How Not to Suck at Email

You probably suck at email.

How not to suck at email - Matt McWilliams
You probably suck at email. Here are four ways that will help you not to suck. (Tweet That) | Share this Graphic on Pinterest | Share on Facebook

Statistically, it’s a safe bet that you do. The overwhelming majority of people I know suck at email. Grandmothers who just got a computer earlier this year and forward me emails about cats. CEOs who have been online since the mid-90’s. Customer service people who send and receive over 100 emails every day. Most of them suck at email.

There is a good chance that you know that email could be better. You could do it better and you could teach others to do it better. For most people, if we improved our email skills by just 20% and those around us did as well, we could save 2-5 hours every week in lost productivity, not to mention reduce our stress and greatly improve our relationships.

Here are four ways that will help you not to suck at email:

  1. Use BLUF – Bottom Line Up Front. It’s a military term that means you should make your most important point first. Lead with the conclusion or recommendation. Here are two short email examples that show you how to use BLUF:

Email One (wrong)

Dear Jim,

So I was thinking last night after our meeting. I went home and ran some numbers and they really shocked me.

—Blah, blah, supporting information and chatter, blah, blah.—

Can you believe that? A 30% increase!

So, I propose that we (finally the point) create two news sales positions by May 1. I think that this will accomplish such and such…

Email Two (right)

Dear Jim,

I believe that we should create two news sales positions by May 1. Here is why:

—Supporting information—


That is BLUF in a nutshell. If you start using it, others will pick up on it as well.

  1. Pick up the phone! If a thread has more than three total replies, pick up the phone. If you are confused by a question, don’t start an email with “Joe, I don’t understand.” Pick up the phone. If someone has offended you, pick up the phone. Do not fire off an angry reply. If you are struggling to write the email, pick up the phone and talk through it. You do still have a phone, right? Then use it.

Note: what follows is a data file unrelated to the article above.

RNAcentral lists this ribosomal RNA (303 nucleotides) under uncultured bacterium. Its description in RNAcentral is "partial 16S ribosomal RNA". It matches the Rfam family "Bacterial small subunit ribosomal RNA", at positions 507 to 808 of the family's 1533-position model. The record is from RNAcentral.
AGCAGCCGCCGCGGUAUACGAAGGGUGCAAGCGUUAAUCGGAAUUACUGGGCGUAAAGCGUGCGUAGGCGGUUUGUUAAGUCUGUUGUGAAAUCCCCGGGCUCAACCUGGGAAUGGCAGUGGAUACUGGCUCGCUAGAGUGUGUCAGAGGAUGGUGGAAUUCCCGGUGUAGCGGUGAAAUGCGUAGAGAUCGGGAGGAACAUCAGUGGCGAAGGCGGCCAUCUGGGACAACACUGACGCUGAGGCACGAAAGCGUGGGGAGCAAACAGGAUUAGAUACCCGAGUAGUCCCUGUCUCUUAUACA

2. SORTA – Stamp Out Reply to All. Reply to All is Neanderthal. I got this one from Tim Sanders. Tim says Replying to All is a sure sign that you are over 30. It’s a terrible habit.

Tim points to research that shows that only 10% of reply to all message are used properly. My experience shows this is true. Research shows that upwards of 2% of the bandwidth checks written every month by companies across the world are spent on poorly used Reply to All messages. That is pathetic.

If you are replying to someone to say “Thanks” or “awesome” or “great news” or “way to go” or something like that, do not use Reply All…ever. Please.

If there are 6 people on an email and only 3 need a reply, take off the other 3. If a reply is addressed to a specific person (especially in the case of emails like “That’s great news Jim, thanks for sharing.”), do not – ever – choose Reply to All.

Seriously, I get 5-10 emails every day like this. Two things inevitably happen. First, I get annoyed. Yes, I have a delete button and I know how to use it, but it’s still annoying to have to glance at an utterly irrelevant email. Second, I create a rule to filter out messages with that subject line after a while. Who knows, I might miss a worthwhile email at some point.